[**NOTE to readers: some updates were added Wed. morning 1/6.**]
It’s the start of a new year, a time when fiscal policy aficionados turn their attention to what the Administration and Congress may have in store for the next fiscal year’s federal budget. And like a person repenting for their sins of holiday overindulgence (have you been to the gym this week?!), there are a lot of “good intentions” and “new leaf” turning we’ve already started to hear about from the federal budgeteers.
Economists have long fretted about how an aging population and growing health-care costs will cause the U.S. budget deficit and public debt to balloon — an outcome that could wreak financial havoc by undermining confidence in the U.S. dollar. But the latest recession and related stimulus efforts have made the problem more acute, a point four prominent economists made Sunday at the annual meeting of the American Economic Association.
“We’ve moved closer to the precipice, and the precipice has moved closer to us,” Alan Auerbach, an economist at the University of California, Berkeley who has focused on U.S. government finances for about 15 years, said in an interview. The other three panelists at a session on the deficit — Robert Barro and Martin Feldstein of Harvard University, and Tom Sargent of New York University — agreed that the situation is dire. It “frightens all of us,” said Mr. Sargent.
The WSJ story goes on to say that (emphasis added): “[t]he Obama Administration expects the federal budget deficit to add up to more than $10 trillion through 2019, or about 6% of the decade’s gross domestic product.” (That ten-year average is worse than the end point; it’s 5.0% in 2019.) That is certainly a troubling figure, because any deficit in excess of about 3-4 percent of GDP is usually considered “unsustainable”–because it implies a debt that would grow faster than the economy is likely to. But “expects” is a rather misleading choice of word to refer to what is a “Bush Administration policy extended” baseline, making it sound as if the Obama Administration is forecasting the effects of policies set in stone and out of their control–when in fact President Obama is in control now.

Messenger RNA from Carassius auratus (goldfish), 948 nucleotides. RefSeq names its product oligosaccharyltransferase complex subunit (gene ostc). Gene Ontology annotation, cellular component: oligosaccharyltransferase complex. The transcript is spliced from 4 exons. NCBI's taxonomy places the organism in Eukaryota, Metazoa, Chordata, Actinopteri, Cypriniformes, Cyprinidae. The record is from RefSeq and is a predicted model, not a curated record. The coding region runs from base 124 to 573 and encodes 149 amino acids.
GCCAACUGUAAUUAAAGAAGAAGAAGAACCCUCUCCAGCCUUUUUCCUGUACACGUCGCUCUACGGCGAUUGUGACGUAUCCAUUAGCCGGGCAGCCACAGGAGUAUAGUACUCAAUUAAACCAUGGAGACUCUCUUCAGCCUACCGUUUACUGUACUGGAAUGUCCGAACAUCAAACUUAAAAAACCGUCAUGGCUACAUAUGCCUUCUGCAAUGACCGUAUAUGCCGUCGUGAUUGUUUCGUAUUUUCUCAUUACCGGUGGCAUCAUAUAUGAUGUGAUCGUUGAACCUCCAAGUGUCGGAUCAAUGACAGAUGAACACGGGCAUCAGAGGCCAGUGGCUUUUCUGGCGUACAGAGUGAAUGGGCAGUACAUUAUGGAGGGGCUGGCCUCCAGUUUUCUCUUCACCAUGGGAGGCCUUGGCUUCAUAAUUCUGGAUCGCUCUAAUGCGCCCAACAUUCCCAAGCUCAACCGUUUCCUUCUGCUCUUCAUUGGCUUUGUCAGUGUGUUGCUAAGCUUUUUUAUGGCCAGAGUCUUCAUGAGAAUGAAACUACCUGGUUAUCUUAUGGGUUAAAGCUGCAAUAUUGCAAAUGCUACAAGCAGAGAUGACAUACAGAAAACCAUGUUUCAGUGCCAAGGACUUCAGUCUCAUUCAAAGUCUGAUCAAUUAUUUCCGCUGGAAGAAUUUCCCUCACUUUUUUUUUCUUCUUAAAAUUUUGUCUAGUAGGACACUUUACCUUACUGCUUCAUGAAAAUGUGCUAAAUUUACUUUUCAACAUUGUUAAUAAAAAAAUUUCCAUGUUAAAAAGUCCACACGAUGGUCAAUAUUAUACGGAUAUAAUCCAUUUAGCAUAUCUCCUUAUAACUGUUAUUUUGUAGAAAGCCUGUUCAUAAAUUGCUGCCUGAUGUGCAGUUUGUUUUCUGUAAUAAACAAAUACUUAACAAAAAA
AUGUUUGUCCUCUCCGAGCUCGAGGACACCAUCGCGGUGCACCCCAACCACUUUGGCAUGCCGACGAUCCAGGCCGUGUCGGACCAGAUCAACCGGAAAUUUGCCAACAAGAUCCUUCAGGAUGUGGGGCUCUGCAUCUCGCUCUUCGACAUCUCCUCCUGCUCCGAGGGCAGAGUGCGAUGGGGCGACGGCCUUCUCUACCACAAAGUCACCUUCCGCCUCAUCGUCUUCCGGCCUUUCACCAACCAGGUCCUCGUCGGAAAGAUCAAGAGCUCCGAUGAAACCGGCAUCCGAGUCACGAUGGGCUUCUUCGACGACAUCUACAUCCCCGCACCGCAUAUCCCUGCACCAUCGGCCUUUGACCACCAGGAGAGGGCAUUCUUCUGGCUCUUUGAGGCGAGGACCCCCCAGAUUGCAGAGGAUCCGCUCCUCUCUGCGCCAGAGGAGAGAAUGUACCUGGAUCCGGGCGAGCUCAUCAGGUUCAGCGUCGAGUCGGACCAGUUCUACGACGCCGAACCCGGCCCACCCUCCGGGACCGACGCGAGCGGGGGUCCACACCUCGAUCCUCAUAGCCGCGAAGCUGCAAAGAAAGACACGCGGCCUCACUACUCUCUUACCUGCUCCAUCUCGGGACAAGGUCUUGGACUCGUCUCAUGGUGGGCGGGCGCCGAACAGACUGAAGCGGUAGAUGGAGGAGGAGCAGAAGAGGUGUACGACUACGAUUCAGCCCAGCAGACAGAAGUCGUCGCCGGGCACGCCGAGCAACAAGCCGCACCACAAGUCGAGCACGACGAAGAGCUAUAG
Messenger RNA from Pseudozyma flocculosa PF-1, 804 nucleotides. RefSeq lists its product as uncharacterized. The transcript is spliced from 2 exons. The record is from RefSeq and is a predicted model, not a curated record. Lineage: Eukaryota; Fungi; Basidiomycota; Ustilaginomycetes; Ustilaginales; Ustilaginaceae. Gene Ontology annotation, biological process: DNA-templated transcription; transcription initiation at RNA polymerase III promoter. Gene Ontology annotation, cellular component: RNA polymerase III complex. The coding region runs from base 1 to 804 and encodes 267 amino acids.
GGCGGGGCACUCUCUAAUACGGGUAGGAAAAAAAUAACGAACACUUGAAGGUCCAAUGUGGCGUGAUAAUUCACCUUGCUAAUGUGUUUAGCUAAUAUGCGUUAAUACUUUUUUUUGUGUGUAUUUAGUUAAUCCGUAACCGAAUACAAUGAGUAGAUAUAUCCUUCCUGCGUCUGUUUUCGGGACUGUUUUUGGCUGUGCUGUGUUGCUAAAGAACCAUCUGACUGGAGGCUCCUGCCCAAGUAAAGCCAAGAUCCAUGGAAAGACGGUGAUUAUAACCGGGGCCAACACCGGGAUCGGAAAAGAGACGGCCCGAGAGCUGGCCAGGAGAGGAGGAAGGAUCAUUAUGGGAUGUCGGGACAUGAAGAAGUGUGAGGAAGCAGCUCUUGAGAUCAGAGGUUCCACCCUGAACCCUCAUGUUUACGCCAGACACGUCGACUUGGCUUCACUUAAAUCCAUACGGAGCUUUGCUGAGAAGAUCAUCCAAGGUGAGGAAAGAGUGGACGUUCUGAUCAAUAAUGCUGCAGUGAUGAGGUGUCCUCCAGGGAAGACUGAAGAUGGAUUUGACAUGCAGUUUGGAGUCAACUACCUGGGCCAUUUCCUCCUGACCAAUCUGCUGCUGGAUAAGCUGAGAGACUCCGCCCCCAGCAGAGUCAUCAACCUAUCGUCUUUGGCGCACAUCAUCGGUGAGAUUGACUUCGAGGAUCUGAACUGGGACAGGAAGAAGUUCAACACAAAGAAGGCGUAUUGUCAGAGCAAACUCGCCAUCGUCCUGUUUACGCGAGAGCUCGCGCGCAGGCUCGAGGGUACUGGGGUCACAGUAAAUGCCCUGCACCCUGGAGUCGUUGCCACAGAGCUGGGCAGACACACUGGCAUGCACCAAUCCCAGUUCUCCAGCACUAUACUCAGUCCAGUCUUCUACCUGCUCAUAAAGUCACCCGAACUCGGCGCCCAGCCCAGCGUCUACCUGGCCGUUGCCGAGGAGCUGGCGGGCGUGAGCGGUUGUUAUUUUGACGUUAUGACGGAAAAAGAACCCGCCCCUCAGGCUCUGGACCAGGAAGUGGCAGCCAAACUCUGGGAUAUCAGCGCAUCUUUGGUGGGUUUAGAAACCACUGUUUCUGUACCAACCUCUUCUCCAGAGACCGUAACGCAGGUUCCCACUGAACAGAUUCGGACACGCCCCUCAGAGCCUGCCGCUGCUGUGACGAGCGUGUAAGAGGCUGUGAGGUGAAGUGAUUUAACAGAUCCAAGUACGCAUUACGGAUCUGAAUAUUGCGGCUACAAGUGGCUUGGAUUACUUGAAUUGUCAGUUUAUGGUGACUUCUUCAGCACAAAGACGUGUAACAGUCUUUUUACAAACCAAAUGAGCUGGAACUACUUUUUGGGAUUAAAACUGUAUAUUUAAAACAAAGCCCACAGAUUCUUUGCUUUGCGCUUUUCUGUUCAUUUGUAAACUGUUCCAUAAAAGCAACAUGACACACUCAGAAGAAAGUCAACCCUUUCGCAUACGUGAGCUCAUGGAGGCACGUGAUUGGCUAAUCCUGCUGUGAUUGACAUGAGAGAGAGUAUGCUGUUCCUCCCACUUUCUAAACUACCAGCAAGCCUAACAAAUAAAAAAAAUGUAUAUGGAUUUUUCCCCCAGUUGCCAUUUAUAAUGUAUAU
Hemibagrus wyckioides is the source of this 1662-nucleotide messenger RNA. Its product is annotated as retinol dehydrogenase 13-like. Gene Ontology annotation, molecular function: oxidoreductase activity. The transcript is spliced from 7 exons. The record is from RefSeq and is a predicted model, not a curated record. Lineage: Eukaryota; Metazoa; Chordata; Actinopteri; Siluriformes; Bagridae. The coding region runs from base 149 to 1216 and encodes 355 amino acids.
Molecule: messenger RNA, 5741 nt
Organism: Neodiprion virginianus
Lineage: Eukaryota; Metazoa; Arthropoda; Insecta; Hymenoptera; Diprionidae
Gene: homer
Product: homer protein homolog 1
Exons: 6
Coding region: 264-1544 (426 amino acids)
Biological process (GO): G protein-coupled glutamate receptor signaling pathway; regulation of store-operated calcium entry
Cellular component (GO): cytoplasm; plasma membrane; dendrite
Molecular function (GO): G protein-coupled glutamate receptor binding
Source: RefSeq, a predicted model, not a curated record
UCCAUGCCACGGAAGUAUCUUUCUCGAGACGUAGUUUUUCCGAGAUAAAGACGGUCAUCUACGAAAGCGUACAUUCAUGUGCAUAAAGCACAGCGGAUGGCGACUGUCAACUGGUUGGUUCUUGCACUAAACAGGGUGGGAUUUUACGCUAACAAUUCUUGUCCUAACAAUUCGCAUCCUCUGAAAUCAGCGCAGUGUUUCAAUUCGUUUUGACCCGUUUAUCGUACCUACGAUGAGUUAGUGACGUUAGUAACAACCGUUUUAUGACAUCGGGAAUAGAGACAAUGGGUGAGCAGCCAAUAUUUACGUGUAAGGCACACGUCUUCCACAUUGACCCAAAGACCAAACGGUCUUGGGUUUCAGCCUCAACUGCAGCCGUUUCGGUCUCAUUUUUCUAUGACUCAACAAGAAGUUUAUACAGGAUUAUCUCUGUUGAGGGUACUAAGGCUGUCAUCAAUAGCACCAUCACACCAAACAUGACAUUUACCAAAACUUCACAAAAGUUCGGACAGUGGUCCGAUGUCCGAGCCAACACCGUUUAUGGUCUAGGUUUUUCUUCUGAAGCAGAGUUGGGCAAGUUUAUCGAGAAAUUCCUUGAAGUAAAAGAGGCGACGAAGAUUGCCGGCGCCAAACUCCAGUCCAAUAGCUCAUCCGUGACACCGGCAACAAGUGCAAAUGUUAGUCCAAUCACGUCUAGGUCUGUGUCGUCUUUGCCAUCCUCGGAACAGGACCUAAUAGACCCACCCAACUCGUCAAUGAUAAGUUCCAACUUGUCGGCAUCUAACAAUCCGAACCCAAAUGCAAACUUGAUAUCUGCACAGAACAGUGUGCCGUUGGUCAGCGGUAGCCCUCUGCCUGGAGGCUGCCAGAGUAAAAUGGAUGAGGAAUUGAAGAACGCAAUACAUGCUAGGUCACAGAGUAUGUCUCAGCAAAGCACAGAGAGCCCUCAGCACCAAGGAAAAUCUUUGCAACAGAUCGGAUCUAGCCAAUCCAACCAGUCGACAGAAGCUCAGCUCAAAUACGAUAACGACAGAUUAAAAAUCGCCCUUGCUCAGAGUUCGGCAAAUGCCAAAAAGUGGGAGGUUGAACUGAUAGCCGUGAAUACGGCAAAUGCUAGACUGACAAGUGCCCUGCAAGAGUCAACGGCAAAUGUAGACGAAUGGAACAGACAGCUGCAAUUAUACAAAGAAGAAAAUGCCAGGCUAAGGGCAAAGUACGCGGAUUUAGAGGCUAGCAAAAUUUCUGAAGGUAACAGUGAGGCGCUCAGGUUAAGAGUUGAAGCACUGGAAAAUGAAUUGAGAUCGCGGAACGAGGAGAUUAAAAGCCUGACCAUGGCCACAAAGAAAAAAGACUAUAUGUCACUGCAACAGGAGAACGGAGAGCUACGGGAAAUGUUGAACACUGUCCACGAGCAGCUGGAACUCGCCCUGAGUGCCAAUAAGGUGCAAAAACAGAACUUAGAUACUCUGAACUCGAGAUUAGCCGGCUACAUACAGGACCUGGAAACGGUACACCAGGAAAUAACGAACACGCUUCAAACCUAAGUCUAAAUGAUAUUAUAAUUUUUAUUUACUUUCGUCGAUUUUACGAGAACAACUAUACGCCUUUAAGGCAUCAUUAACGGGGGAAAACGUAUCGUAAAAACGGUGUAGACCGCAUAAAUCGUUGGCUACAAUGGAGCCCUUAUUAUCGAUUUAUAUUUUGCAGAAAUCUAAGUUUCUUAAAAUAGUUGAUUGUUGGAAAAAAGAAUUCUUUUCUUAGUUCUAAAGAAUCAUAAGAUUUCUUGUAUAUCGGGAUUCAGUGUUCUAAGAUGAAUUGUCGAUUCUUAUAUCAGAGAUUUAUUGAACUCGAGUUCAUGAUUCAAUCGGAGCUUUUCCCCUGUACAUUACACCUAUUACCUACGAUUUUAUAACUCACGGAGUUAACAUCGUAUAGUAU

In stark contrast to the Obama Administration’s forecast of deficits under “Bush policy extended” is the Congressional Budget Office’s forecast of deficits assuming current law. Any reader of this blog knows that the CBO baseline is my favorite baseline (near and dear to my heart), not because it corresponds to literal current law, but because it also corresponds to whatever policy changes you want as long as you stick to “pay-as-you-go” discipline–where any tax cuts or spending increases are offset by revenue increases or spending cuts elsewhere in the budget. Why is this such a real-world relevant interpretation of the current-law baseline? Because under the CBO baseline, deficits are not 5-6 percent of GDP by the end of the ten-year budget window (or an even more troubling 8-9 percent of GDP with other policy assumptions as in the Concord “plausible baseline”), but are only 3 to 3.5 percent of GDP, which is back down to being at least somewhat believable as an economically “sustainable” level of deficits.
What is the biggest difference between sticking to the CBO baseline versus going all the way to the (awful) Concord “plausible” baseline? It’s what you do with the expiring tax cuts. Under the CBO baseline, either the Bush tax cuts expire at the end of 2010 as scheduled under current law, or any portion of them that are extended are offset in cost. I always (perhaps naively) believed that House Democrats meant it all these years when they passed budget resolutions assuming a CBO-baseline level of revenues as the “right” path for revenues. It was not until President Obama proposed a budget that assumed extended and deficit-financed Bush tax cuts did House Democrats deviate from this CBO (pay-as-you-go) baseline.